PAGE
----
Mo. voter ID law makes sense

Missouri voter identification proponents are hard at work to get a photo requirement on the ballot. As part of his statewide Voter Identification Tour, Jay Ashcroft, St. Louis attorney and secretary of state candidate, stopped in Cape Girardeau to promote the measure at a speech held at the Cape Girardeau Public Library.

People are never indifferent about the topic when he brings it up, Ashcroft told the Southeast Missourian's Samantha Rinehart, "The response I get the most is, 'We don't require that?'"

This response is a common sense one, as most of us would surely agree that voting is one of the most sacred American rights. Protecting the integrity of the vote should be as valuable as the vote itself; therefore, requiring voters to show evidence that they are, in fact, who they claim to be seems rudimentary.

So why exactly is there such pushback, even on a national scale? The argument is that requiring photo identification disenfranchises certain segments of the population, minorities in particular. The numbers do not support these fears, however. In the 2012 elections, for example, states with the strictest voter identification laws -- those requiring a photo ID or additional proof if no photo ID was presented -- experienced black voter rates as high as or exceeding white voter rates, according to the Census. The issue also begs the following questions: Has anyone ever provided evidence that photo identification laws suppressed the vote? Has any state that has passed such a law later revoked it because it proved to be discriminatory?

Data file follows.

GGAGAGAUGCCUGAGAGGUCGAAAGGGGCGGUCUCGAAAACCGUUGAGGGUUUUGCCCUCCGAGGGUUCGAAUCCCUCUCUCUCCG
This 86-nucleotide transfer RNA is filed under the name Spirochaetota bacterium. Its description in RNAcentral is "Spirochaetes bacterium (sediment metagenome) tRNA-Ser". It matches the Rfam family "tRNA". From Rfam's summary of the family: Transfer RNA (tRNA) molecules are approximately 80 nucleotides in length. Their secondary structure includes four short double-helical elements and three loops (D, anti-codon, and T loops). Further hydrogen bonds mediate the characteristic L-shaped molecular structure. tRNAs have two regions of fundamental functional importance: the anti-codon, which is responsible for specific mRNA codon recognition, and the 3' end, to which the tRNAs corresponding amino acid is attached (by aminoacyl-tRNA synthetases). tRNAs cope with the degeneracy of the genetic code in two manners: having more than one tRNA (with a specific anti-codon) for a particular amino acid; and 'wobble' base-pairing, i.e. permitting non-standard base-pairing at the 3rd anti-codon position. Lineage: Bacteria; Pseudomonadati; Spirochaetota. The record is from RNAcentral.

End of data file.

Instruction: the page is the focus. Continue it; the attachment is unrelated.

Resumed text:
The truth is that most of us know, just from our daily responsibilities, that identification is required for much of what we do -- and yet we manage to present that identification and get those things done. Banking and hospital visits are just two such things, as Ashcroft highlighted.

Some legitimate concerns do exist, however, and we acknowledge them. An attendee of Ashcroft's presentation asked him how the identification requirement will affect the elderly and disabled, and he commented that some states have exceptions, and that the amendment being proposed specifies that general law may provide exceptions to the requirement. It remains to be seen how Missouri will handle these concerns.

Ironically, this issue must also be taken to the polls if it is to become law, but it will require work to get it there. As we have reported, Ashcroft needs to collect 170,000 signatures. The signatures have to amount to at least 8 percent of the votes cast in the last gubernatorial election in six of the eight congressional districts.

To get the required number of signatures, volunteers are needed. Those interested may sign up at www.protectthevotemo.com.